Creator: Werpy, Todd A.; Holladay, John E. & White, James F.
Partner: UNT Libraries Government Documents Department

Final Project Report Project 10749-4.2.2.1 2007-2009

Description: This is the final report for the DOE Project 10749-4.2.2.1 for the FY2007 - FY2009 period. This report is non-proprietary, and will be submitted to DOE as a final project report. The report covers activities under the DOE Project inside CRADA 269 (Project 53231) as well as project activites outside of that CRADA (Project 56662). This is the final report that is summarized from the non-proprietary quarterlies submitted to DOE over the past 2.5 years, which in turn are summaries from the proprietary technical reporting to UOP.
Date: May 11, 2009
Creator: Zacher, Alan H.; Holladay, Johnathan E.; Frye, J. G.; Brown, Heather M.; Santosa, Daniel M. & Oberg, Aaron A.
Partner: UNT Libraries Government Documents Department

Continuous Isosorbide Production From Sorbitol Using Solid Acid Catalysis

Description: This is a final report for a project funded by the US Department of Agriculture and managed by the US Department of Energy. The Iowa Corn Promotion Board was the principal contracting entity for the grant. The Iowa Corn Promotion Board subcontracted with General Electric, Pacific Northwest National Lab and New Jersey Institute of Technology to conduct research in this project. The Iowa Corn Promotion Board and General Electric provided cost share for the project. The purpose of this diverse collaboration was to integrate both the conversion and the polymer applications into one project and increase the likelihood of success. This project has led to additional collaborations among other polymer companies. The goals of the project were to develop a renewable route to isosorbide for commercialization that is economically competitive with all existing production technologies and to develop new applications for isosorbide in various products such as polymers and materials. Under this program a novel process for the production of isosorbide was developed and evaluated. The novel process converts corn based sorbitol into isosorbide using a solid catalyst with integrated water removal and product recovery. In addition the work under this program has identified several novel products based on isosorbide chemistries. These market applications include: epoxy resins, UV stabilizers, plasticizers and polyesters. These market applications have commercial interest within the current polymer industry. This report contains an overview summary of the accomplishments. Six inventions and four patent applications have been written as a result of this project. Additional data will be published in the patent applications. The data developed at New Jersey Institute of Technology was presented at two technical conferences held in June of 2006. Several companies have made inquiries about using this material in their products.
Date: September 29, 2006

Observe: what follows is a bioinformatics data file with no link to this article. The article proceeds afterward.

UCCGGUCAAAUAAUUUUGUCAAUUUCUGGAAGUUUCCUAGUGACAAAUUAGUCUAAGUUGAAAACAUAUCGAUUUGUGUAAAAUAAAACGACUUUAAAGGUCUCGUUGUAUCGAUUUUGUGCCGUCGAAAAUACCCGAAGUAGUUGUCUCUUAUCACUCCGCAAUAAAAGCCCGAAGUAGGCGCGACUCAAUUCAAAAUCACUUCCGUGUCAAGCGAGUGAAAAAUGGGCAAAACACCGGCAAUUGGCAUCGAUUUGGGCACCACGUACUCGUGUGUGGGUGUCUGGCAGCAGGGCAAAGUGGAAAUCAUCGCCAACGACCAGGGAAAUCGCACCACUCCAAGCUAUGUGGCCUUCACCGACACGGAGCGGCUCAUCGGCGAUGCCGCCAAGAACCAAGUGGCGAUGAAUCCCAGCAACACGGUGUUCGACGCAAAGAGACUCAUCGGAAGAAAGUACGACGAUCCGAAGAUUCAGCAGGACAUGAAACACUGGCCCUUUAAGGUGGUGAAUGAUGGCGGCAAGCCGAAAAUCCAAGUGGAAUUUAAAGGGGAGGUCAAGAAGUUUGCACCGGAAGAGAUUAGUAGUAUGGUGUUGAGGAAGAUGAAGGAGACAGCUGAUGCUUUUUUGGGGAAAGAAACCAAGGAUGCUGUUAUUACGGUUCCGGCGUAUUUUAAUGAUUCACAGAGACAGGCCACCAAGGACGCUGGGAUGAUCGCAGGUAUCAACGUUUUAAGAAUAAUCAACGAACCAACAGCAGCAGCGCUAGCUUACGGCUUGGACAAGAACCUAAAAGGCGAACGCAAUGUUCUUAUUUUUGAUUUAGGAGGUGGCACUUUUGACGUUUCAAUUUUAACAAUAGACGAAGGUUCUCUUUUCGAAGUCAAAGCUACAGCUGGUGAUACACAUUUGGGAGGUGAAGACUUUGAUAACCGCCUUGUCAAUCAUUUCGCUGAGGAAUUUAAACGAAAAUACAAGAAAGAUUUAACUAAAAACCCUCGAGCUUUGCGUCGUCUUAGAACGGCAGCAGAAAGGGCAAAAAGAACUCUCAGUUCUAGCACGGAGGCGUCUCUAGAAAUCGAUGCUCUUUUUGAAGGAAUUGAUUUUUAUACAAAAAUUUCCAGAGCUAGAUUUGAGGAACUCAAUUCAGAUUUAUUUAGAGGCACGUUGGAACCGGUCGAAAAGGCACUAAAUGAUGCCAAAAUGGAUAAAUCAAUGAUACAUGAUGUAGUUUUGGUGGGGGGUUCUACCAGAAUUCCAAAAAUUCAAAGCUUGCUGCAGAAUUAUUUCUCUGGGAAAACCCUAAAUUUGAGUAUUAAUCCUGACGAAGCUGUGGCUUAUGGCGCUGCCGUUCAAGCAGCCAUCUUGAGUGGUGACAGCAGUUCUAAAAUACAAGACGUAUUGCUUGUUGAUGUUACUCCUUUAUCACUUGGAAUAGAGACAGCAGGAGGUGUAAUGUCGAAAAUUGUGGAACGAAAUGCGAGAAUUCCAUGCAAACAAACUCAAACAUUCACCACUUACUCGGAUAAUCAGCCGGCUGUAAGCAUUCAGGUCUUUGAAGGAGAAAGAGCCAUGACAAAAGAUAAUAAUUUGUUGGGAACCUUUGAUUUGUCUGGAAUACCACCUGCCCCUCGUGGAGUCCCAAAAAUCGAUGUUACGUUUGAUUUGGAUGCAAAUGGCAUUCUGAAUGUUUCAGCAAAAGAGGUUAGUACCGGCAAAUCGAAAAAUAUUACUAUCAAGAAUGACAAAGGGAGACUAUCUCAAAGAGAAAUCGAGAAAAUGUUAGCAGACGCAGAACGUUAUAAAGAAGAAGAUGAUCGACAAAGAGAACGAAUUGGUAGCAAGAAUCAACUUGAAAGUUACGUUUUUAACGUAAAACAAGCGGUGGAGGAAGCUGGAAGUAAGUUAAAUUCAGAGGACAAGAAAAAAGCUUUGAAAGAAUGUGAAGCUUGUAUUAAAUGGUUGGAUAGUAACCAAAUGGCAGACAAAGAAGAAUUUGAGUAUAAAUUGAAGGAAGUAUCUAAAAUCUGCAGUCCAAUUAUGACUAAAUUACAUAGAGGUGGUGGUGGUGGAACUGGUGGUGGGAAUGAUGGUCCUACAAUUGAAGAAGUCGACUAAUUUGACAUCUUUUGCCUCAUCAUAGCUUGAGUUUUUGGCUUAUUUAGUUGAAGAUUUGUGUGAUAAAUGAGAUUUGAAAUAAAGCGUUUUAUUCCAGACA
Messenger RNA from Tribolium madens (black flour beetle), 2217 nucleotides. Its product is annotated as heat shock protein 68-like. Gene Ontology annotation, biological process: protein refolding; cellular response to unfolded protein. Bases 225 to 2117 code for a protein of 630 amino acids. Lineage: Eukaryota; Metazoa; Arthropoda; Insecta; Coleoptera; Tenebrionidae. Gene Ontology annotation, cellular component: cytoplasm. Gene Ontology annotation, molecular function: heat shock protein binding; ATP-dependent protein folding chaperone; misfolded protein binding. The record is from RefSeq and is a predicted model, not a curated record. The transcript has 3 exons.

Creator: Williamson, R.; Holladay,J.; Jaffe, M. & Brunelle, D.
Partner: UNT Libraries Government Documents Department

Separation of compounds with multiple -OH groups from dilute aqueous solutions via complexation with organoboronate. [1,2-propanediol]

Description: The complexing extractant agent investigated in this work is 3-nitrophenylboronic acid (NPBA) in its anionic form (NPB). NPBA and Aliquat 336 (quaternary amine) is dissolved in 2-ethyl-l-hexanol, and the extractant is contacted with aq. NaOH. Solutes investigated were 1,2-propanediol, glycerol, fructose, sorbitol and lactic acid. Batch extraction experiments were performed at 25{degree}C. Partition coefficients, distribution ratios and loadings are reported for varying concentrations of solute and NPB. All solutes complexed with NPB{sup {minus}}, with all complexes containing only one NPB{sup {minus}} per complex. The 1:1 complexation constants for the solutes glycerol, fructose and sorbitol follow trends similar to complexation with B(OH){sub 4}{sup {minus}} (aq.), i.e. the complexation constants increase with increasing number of {minus}OH groups available for complexation. Assumption of 1:1 complex is not valid for 1, 2-propanediol, which showed overloading (more than one mole of solute complexed to one mole NPB{sup {minus}}) at higher concentrations. The {minus}OH group on the NPB{sup {minus}} which is left uncomplexed after one solute molecule had bound to the other two {minus}OH groups may be responsible for the overloading. Overloading is also observed in extraction of tactic acid, but through a different mechanism. It was found that TOMA{sup +} can extract lactic acid to an extent comparable to the uptake of lactic acid by NPB{sup {minus}}. The complexation is probably through formation of an acid-base ion pair. Losses of NPBA into the aqueous phase could lead to problems, poor economics in industrial separation processes. One way of overcoming this problem would be to incorporate the NPBA onto a solid support.
Date: May 1, 1992
Creator: Chow, Tina Kuo Fung.
Partner: UNT Libraries Government Documents Department